The NFL Players Association is preparing for a possible lockout by getting permission from the players to decertify if they don't reach an agreement with the owners.
This will pretty much prevent a lockout because the owners can lockout a union but they can't lock out individual players without risking an anti trust lawsuit. As the league president said, they have done it before (with success).
The New Orleans Saints voted 59-0 to authorize the National Football League Players Association to decertify as a union if collective bargaining talks should eventually reach an impasse, according to union and player sources.
NFLPA executive director DeMaurice Smith asked the Saints to vote on the strategic procedure when he met with the team in New Orleans. The Saints voted on the issue Monday.
The union will send a memo to its approximately 1,900 members Monday to inform them of the strategy that is being described as a housekeeping step.
Contacted Saturday afternoon by ESPN, Smith downplayed the importance of the Saints' vote and the anticipation that all 32 teams will eventually take the same action.
"To be dead honest, it's purely procedural and I believe it's a non-story until March," Smith said. "It preserves the best options to protect players in the event there's no deal in place when the CBA expires next March. Instead of scrambling at the 11th hour to get all our players' signatures [for decertification], we'll have everything in order. Our hope is that it's not necessary."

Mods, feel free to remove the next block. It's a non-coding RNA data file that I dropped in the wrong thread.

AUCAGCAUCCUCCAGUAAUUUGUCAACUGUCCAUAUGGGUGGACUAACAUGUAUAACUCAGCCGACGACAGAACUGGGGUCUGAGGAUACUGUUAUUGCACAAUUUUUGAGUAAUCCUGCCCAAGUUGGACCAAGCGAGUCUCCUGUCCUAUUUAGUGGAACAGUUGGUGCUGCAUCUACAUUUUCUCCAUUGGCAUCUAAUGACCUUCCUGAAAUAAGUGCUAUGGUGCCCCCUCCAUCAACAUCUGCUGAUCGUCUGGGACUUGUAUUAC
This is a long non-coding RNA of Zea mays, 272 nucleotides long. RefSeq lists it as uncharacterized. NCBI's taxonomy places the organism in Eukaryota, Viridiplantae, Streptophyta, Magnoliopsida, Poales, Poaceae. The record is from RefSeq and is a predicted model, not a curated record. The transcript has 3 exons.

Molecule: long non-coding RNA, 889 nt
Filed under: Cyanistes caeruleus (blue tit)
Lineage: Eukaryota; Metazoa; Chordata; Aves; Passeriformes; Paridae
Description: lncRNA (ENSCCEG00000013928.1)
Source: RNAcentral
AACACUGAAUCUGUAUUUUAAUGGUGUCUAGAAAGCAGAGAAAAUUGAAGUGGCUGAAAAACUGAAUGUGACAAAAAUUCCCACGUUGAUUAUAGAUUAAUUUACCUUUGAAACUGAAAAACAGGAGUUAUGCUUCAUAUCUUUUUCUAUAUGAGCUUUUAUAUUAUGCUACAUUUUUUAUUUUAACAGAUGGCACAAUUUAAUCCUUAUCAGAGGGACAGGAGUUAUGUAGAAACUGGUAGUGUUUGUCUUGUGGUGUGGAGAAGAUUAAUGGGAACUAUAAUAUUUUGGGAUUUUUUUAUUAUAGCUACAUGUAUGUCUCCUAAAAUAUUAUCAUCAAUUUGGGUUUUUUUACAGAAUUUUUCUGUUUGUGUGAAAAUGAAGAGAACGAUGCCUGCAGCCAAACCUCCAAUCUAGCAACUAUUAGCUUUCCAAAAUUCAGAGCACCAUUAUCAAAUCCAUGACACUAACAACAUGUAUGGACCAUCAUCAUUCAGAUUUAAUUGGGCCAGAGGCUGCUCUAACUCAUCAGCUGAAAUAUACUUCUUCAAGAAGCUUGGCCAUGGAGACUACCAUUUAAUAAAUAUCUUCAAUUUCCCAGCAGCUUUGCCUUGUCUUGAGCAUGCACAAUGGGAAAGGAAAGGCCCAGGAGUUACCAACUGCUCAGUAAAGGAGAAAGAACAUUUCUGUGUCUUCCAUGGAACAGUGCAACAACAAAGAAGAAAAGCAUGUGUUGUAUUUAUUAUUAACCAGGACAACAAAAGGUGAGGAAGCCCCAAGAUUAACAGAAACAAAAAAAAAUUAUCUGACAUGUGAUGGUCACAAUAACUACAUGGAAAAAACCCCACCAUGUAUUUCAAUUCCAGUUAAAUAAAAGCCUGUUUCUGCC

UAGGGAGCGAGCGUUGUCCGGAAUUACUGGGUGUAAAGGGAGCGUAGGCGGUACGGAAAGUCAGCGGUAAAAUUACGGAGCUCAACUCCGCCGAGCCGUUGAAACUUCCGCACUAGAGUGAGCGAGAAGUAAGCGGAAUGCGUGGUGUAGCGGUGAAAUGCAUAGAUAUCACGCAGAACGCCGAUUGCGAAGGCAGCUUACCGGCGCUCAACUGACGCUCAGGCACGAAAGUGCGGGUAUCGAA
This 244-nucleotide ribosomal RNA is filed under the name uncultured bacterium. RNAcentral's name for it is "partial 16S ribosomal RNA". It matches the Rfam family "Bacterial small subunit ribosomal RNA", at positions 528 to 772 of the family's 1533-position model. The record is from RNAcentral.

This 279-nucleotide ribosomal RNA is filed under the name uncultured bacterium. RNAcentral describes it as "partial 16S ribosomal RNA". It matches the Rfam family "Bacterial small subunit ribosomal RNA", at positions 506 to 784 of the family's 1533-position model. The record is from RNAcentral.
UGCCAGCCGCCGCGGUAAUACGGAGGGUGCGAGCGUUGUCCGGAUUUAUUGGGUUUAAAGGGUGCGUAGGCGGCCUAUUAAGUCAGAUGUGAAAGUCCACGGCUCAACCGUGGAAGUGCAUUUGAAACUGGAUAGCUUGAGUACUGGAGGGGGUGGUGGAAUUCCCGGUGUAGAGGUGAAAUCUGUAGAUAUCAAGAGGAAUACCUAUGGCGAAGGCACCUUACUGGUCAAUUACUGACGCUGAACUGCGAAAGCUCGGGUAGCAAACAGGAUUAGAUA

A union source said NFLPA officials are scheduled to meet with three or four teams this week, including the Dallas Cowboys, Philadelphia Eagles and Washington Redskins.
The union expects to complete the process with all 32 teams by Thanksgiving.
Under decertification guidelines established by the National Labor Relations Board, the union would no longer be able to represent the players in collective bargaining.
It is an action the union took that enabled individual players to seek antitrust lawsuits against the NFL and eventually provided the leverage that led to a new era of free agency in 1993.
On the NFL players association website in 2008, NFLPA general counsel Richard Berthelsen warned of the potential union action to prevent the NFL from locking out players in 2011.
"The NFLPA would sooner go out of business as a union," Berthelsen said. "This is not just a threat, it's a reality because we did it once before."